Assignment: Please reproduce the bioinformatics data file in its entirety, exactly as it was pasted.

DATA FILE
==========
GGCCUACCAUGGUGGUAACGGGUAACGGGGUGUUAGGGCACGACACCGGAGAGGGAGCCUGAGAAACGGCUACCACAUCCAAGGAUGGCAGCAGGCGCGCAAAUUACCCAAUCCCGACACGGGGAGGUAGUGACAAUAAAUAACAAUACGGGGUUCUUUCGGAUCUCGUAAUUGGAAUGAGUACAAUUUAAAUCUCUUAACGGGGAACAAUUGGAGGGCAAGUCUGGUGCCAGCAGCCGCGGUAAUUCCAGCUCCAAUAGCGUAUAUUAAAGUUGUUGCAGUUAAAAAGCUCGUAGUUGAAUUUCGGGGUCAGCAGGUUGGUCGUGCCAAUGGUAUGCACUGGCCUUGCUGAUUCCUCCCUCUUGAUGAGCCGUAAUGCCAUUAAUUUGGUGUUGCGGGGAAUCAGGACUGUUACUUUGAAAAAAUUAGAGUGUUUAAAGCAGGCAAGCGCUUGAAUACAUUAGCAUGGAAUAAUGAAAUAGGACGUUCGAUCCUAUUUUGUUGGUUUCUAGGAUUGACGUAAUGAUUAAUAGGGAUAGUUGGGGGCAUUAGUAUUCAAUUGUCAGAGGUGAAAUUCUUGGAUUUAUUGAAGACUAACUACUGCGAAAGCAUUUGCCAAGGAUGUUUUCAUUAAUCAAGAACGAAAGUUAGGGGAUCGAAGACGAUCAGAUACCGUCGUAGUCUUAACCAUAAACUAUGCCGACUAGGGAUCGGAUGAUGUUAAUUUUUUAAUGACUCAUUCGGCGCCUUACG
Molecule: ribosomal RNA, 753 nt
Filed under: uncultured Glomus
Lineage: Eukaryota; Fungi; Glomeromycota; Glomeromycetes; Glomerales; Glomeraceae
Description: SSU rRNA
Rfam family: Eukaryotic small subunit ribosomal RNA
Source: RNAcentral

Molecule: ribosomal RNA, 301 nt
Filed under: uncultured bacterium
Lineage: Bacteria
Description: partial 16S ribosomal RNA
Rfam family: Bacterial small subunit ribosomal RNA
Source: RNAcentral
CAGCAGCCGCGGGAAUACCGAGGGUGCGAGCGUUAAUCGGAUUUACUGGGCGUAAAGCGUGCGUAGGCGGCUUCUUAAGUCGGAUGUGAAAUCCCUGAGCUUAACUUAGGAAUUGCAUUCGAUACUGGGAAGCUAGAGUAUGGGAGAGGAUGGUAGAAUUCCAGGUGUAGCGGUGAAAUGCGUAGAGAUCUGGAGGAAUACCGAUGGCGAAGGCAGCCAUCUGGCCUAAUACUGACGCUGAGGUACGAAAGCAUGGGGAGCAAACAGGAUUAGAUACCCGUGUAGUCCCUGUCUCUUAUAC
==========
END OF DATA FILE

GGCCUACCAUGGUGGUAACGGGUAACGGGGUGUUAGGGCACGACACCGGAGAGGGAGCCUGAGAAACGGCUACCACAUCCAAGGAUGGCAGCAGGCGCGCAAAUUACCCAAUCCCGACACGGGGAGGUAGUGACAAUAAAUAACAAUACGGGGUUCUUUCGGAUCUCGUAAUUGGAAUGAGUACAAUUUAAAUCUCUUAACGGGGAACAAUUGGAGGGCAAGUCUGGUGCCAGCAGCCGCGGUAAUUCCAGCUCCAAUAGCGUAUAUUAAAGUUGUUGCAGUUAAAAAGCUCGUAGUUGAAUUUCGGGGUCAGCAGGUUGGUCGUGCCAAUGGUAUGCACUGGCCUUGCUGAUUCCUCCCUCUUGAUGAGCCGUAAUGCCAUUAAUUUGGUGUUGCGGGGAAUCAGGACUGUUACUUUGAAAAAAUUAGAGUGUUUAAAGCAGGCAAGCGCUUGAAUACAUUAGCAUGGAAUAAUGAAAUAGGACGUUCGAUCCUAUUUUGUUGGUUUCUAGGAUUGACGUAAUGAUUAAUAGGGAUAGUUGGGGGCAUUAGUAUUCAAUUGUCAGAGGUGAAAUUCUUGGAUUUAUUGAAGACUAACUACUGCGAAAGCAUUUGCCAAGGAUGUUUUCAUUAAUCAAGAACGAAAGUUAGGGGAUCGAAGACGAUCAGAUACCGUCGUAGUCUUAACCAUAAACUAUGCCGACUAGGGAUCGGAUGAUGUUAAUUUUUUAAUGACUCAUUCGGCGCCUUACG
Molecule: ribosomal RNA, 753 nt
Filed under: uncultured Glomus
Lineage: Eukaryota; Fungi; Glomeromycota; Glomeromycetes; Glomerales; Glomeraceae
Description: SSU rRNA
Rfam family: Eukaryotic small subunit ribosomal RNA
Source: RNAcentral

Molecule: ribosomal RNA, 301 nt
Filed under: uncultured bacterium
Lineage: Bacteria
Description: partial 16S ribosomal RNA
Rfam family: Bacterial small subunit ribosomal RNA
Source: RNAcentral
CAGCAGCCGCGGGAAUACCGAGGGUGCGAGCGUUAAUCGGAUUUACUGGGCGUAAAGCGUGCGUAGGCGGCUUCUUAAGUCGGAUGUGAAAUCCCUGAGCUUAACUUAGGAAUUGCAUUCGAUACUGGGAAGCUAGAGUAUGGGAGAGGAUGGUAGAAUUCCAGGUGUAGCGGUGAAAUGCGUAGAGAUCUGGAGGAAUACCGAUGGCGAAGGCAGCCAUCUGGCCUAAUACUGACGCUGAGGUACGAAAGCAUGGGGAGCAAACAGGAUUAGAUACCCGUGUAGUCCCUGUCUCUUAUAC